Live Nation Entertainment announced that proof of vaccination or a negative COVID-19 test will be required for entry to any Live Nation-owned and operated venues or festivals in the U.S. this fall. This is a great thing since New York is now following other states in also requiring masks to be worn in all indoor venues such as concerts, gyms, etc. The other states issuing similar mandates are Washington, Oregon, Illinois, New Mexico, Nevada and Hawaii.
Vaccines or Negative Test Results Will be Required to Attend Live Nation Concerts
The company, which promotes, operates, and manages ticket sales for live entertainment in the U.S. and around the world, said enforcement began October 4. This mandate will be applied to both concertgoers and musical acts were permitted by law. They have also developed best practices for artists to request the same policies for gigs at third-party venues.
Live Nation president and CEO Michael Rapino said in a statement, “Vaccines are going to be your ticket back to shows. As of October 4th, we will be following the model we developed for Lollapalooza. Requiring this for artists, fans, and employees at Live Nation venues and festivals everywhere possible in the US.”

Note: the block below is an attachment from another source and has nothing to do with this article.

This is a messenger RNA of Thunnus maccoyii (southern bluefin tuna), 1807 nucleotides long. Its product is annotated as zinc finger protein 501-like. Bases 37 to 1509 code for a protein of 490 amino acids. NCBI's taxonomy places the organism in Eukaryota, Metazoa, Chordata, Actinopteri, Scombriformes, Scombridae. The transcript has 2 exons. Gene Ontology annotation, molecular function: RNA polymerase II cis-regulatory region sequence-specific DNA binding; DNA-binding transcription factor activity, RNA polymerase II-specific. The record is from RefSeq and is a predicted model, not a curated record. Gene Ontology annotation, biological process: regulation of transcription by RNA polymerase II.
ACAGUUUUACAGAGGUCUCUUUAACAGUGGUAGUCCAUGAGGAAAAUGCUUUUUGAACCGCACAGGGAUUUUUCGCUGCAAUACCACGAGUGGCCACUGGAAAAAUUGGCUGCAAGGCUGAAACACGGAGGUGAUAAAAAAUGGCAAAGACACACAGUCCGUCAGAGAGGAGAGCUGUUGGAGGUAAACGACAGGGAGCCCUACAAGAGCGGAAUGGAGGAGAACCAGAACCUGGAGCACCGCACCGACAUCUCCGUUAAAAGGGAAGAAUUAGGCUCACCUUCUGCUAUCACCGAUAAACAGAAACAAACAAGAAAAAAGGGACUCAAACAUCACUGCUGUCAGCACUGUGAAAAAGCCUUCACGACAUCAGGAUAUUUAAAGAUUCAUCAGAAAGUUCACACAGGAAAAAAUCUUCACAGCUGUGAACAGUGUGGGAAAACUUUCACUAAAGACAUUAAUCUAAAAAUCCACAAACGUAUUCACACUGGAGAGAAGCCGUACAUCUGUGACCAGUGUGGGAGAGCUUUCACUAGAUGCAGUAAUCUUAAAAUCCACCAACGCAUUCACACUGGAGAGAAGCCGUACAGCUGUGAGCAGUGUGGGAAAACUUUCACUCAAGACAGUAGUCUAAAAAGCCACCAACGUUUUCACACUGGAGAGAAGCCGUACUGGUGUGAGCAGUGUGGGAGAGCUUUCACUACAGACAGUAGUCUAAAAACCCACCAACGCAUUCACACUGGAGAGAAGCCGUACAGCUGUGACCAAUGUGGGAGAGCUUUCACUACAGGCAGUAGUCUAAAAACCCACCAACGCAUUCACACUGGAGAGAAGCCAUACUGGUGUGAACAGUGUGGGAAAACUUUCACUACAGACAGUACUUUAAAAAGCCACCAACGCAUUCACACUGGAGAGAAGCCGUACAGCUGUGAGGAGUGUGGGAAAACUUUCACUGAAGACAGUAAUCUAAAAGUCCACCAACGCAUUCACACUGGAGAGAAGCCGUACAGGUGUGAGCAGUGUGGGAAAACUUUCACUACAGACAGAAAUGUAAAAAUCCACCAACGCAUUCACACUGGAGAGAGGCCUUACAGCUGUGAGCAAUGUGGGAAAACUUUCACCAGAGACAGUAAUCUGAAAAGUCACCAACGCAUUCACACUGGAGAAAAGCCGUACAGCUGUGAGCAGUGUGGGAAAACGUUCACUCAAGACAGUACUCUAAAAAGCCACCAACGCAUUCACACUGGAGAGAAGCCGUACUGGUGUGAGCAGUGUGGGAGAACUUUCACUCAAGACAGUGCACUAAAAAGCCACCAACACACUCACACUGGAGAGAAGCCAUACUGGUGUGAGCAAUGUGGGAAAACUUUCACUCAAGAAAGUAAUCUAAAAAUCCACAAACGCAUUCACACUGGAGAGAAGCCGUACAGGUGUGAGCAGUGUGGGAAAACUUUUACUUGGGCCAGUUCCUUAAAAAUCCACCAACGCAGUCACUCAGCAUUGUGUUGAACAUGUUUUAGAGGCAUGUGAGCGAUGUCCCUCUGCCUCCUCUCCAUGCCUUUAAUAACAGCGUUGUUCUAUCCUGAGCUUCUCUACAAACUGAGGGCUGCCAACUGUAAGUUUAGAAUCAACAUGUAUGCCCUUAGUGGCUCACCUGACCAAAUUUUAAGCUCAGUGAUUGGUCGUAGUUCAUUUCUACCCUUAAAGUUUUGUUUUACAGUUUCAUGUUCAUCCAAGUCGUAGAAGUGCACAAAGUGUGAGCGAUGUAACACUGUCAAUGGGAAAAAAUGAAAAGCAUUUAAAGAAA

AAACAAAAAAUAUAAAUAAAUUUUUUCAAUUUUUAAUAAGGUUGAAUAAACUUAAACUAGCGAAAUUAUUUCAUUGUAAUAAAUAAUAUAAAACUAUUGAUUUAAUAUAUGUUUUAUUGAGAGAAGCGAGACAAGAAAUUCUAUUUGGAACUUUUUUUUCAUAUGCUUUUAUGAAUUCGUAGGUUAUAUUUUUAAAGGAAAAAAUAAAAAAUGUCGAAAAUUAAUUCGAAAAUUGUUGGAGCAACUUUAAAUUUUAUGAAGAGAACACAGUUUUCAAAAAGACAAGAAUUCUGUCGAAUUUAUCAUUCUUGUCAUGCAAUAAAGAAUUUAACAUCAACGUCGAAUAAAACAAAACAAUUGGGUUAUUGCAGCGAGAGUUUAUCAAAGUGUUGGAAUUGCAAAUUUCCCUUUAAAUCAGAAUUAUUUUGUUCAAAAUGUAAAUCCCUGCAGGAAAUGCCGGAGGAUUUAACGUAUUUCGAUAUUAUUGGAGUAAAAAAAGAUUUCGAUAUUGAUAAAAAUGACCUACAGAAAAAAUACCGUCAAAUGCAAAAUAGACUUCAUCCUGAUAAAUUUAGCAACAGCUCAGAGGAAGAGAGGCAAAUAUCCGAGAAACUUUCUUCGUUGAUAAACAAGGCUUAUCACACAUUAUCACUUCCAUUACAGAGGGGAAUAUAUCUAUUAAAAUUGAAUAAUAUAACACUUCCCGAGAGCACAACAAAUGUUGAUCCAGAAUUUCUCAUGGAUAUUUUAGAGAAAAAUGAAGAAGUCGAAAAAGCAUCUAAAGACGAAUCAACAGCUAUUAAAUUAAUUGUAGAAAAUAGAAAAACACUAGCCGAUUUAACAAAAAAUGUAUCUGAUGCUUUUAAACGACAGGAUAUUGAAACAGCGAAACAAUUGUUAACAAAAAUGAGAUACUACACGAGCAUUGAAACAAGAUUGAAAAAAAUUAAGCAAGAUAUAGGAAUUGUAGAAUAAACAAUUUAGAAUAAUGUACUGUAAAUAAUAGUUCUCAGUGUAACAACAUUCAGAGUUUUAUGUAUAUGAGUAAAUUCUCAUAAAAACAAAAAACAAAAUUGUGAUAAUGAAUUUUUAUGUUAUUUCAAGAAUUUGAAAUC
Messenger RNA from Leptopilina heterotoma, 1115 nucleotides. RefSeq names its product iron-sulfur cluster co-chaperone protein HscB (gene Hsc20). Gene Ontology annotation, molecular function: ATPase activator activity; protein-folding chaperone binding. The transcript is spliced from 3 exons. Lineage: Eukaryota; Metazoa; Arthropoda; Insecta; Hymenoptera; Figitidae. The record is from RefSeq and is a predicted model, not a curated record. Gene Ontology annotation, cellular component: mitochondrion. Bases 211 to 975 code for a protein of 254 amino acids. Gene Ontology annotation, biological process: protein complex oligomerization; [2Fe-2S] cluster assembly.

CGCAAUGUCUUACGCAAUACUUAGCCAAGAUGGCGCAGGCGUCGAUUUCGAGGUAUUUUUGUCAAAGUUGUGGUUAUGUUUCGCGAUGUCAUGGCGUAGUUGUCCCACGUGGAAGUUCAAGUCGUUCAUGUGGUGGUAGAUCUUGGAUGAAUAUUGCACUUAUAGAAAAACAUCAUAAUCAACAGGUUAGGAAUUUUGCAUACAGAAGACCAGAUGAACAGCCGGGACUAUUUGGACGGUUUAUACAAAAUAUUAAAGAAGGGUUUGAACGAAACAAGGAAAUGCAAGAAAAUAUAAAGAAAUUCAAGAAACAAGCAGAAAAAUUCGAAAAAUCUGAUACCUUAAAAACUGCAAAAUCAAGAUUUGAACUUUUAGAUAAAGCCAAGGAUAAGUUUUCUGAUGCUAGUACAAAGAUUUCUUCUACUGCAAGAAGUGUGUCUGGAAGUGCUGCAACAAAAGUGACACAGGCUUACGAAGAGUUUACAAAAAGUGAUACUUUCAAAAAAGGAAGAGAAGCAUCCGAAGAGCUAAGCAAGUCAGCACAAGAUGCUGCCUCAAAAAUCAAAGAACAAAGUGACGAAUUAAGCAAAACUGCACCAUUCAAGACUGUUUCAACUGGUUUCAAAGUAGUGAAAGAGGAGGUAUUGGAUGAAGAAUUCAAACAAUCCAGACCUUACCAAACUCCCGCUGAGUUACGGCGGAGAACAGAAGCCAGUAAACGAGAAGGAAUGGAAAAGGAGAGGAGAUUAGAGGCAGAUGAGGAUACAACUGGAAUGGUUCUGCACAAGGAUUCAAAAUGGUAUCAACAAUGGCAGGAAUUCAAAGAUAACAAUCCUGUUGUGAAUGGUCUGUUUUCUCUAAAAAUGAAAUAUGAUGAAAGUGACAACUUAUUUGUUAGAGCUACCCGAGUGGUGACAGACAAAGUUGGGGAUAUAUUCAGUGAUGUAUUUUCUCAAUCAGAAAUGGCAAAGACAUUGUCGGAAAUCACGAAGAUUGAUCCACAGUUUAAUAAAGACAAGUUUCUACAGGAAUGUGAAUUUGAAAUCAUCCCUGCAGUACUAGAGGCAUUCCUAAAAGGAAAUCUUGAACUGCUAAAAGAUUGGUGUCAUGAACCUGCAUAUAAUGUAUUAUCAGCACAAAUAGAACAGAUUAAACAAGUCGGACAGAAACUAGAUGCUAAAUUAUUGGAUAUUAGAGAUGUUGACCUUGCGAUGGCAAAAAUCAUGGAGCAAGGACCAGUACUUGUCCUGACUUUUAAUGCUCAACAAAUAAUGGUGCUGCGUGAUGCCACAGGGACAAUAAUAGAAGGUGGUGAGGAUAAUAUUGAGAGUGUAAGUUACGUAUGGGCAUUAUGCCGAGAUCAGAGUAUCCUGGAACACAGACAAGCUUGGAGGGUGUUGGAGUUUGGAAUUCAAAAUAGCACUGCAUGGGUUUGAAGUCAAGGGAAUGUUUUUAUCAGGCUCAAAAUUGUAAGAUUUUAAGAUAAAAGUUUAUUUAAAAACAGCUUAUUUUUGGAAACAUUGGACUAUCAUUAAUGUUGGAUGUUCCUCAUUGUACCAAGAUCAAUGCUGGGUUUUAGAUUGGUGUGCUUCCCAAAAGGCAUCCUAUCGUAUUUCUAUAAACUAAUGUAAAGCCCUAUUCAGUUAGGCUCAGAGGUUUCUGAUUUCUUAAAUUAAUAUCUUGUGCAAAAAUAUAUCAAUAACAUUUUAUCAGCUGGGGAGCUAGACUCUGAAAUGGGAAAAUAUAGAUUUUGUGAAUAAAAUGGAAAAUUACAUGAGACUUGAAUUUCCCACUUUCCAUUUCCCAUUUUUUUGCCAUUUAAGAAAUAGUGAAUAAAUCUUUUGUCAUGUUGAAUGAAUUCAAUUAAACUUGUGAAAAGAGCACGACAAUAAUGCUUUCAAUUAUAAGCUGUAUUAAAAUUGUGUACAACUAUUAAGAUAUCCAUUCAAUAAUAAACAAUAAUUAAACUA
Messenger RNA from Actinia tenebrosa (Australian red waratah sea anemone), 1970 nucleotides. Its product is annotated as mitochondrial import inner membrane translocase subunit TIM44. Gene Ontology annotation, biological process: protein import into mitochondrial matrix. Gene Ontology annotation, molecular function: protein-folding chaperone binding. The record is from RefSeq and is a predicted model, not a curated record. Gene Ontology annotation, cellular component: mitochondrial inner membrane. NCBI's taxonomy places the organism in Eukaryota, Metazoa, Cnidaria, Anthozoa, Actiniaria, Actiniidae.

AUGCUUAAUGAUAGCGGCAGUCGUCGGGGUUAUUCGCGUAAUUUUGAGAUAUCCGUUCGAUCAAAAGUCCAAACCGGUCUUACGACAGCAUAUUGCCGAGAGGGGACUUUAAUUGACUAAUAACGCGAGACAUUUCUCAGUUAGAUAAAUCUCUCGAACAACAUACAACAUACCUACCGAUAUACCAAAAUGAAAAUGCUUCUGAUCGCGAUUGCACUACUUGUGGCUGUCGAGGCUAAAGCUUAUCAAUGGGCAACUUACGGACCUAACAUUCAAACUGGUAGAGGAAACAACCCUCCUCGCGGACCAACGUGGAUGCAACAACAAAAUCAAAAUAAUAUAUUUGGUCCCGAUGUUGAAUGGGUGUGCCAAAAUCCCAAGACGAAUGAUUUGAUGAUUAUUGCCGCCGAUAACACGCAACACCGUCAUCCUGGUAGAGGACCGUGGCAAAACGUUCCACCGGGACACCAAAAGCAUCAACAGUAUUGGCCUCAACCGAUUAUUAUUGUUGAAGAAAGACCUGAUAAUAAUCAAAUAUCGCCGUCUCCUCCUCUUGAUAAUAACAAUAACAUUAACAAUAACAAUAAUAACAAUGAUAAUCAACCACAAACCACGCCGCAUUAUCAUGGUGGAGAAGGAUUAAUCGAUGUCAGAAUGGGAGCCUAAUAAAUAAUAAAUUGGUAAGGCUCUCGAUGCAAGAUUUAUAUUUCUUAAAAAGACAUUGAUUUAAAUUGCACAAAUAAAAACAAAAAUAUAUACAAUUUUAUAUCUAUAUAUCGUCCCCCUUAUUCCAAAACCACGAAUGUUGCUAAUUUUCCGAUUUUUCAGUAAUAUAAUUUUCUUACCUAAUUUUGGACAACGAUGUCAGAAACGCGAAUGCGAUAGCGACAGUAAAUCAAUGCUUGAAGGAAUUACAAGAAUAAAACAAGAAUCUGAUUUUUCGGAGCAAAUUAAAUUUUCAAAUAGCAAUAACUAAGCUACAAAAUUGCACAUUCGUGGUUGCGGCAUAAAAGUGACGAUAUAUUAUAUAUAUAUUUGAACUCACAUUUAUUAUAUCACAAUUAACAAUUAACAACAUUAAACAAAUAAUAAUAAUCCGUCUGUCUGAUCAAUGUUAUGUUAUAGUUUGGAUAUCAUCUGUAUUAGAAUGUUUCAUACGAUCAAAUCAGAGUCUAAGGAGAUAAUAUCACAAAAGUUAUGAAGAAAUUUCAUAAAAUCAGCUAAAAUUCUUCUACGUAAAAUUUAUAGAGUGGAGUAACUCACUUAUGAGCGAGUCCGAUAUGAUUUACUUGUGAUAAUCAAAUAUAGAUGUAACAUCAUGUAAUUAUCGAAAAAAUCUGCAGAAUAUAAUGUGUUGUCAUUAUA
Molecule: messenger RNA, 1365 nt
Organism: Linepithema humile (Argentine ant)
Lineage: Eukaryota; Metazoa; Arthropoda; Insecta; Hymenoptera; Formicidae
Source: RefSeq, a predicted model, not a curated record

Employees will have to be vaccinated and will not get a pass with a negative test result. “Beyond October 4th, all of our employees will also need to be vaccinated in order to visit one of our events, venues, or offices,” Live Nation said.
Lollapalooza Inspired the Mandate
The mandate was partly inspired by the success of Lollapalooza in Chicago. Festival-goers had to provide proof of a negative test or vaccination status; in order to see the likes of Miley Cyrus, Foo Fighters, Post Malone and Megan Thee Stallion perform.
A spokesperson told NBC News, “Twelve percent of fans said Lolla was actually their reason for getting vaccinated; which is a huge number with 400k attendees throughout the weekend.”
Jay Marciano, COO of AEG and Chairman and CEO, AEG Presents, said “Just a few weeks ago, we were optimistic about where our business, and country, were heading. The Delta variant, combined with vaccine hesitancy, is pushing us in the wrong direction again. We realize that some people might look at this as a dramatic step, but it’s the right one. We also are aware that there might be some initial pushback; but I’m confident and hopeful that, at the end of the day; we will be on the right side of history. Doing what’s best for artists, fans, and live event workers.”